As the previous educator answer states, the amphitheater which the king builds in this story is personified as an "agent" which delivers justice. More than this, even the king's own "exuberant and barbaric fancy" is personified as something so powerful as to be almost separate from the king himself, capable of "asserting itself."
Later in the text, we can find other examples. The "doleful iron bells" which ring out in the arena, for example, are personified in that they themselves are not literally "doleful"—they are not capable of feeling this kind of emotion—but the writer ascribes that emotion to them, rather than to the person hearing their sound. The same applies later to the "gay brass bells" which elicit an opposite emotion in the listener.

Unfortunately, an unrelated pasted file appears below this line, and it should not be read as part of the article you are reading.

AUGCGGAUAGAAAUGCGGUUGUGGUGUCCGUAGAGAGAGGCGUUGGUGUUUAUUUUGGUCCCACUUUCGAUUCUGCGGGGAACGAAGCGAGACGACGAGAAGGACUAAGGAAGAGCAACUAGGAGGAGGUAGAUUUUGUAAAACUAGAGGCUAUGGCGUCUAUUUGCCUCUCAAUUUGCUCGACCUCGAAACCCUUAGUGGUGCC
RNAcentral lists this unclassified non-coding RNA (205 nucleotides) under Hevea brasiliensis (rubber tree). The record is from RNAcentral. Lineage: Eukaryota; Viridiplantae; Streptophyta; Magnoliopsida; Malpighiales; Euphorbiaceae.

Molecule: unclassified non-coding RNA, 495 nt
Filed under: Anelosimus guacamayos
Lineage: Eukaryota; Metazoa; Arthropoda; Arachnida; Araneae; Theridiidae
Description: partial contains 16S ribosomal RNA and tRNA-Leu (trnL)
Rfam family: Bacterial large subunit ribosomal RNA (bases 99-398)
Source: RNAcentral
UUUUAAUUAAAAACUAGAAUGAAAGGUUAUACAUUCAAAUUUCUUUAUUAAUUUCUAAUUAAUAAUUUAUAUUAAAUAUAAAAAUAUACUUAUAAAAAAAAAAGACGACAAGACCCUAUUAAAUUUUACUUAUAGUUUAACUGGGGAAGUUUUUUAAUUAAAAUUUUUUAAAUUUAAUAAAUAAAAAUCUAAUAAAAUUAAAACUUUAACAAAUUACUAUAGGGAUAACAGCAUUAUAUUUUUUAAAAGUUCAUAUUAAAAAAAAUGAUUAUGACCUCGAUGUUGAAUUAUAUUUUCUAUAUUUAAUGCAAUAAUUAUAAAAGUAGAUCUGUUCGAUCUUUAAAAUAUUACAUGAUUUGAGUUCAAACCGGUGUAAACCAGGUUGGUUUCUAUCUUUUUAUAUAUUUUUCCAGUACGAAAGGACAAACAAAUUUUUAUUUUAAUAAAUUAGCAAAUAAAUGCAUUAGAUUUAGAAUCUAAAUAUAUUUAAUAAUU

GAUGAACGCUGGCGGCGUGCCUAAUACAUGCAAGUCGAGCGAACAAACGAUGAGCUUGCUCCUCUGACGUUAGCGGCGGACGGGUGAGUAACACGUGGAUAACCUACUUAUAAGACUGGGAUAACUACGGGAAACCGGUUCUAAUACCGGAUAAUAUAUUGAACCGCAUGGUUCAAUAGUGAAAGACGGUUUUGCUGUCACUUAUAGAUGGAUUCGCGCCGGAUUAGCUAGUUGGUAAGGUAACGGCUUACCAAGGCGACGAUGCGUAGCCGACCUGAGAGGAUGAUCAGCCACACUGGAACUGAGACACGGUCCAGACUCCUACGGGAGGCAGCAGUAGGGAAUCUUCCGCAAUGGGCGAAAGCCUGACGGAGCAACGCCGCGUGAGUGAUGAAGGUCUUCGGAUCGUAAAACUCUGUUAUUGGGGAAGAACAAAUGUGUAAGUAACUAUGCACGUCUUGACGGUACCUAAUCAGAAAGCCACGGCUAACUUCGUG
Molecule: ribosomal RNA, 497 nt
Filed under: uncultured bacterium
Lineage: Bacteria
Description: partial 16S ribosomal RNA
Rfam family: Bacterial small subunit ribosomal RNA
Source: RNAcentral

Towards the end of the story, the human heart is also personified, imagined as something which can lead its possessor "through devious mazes of passion." In this example, the heart represents the whole person, making it an example of synecdoche also. Synecdoche is when one part of something is used to represent the whole thing.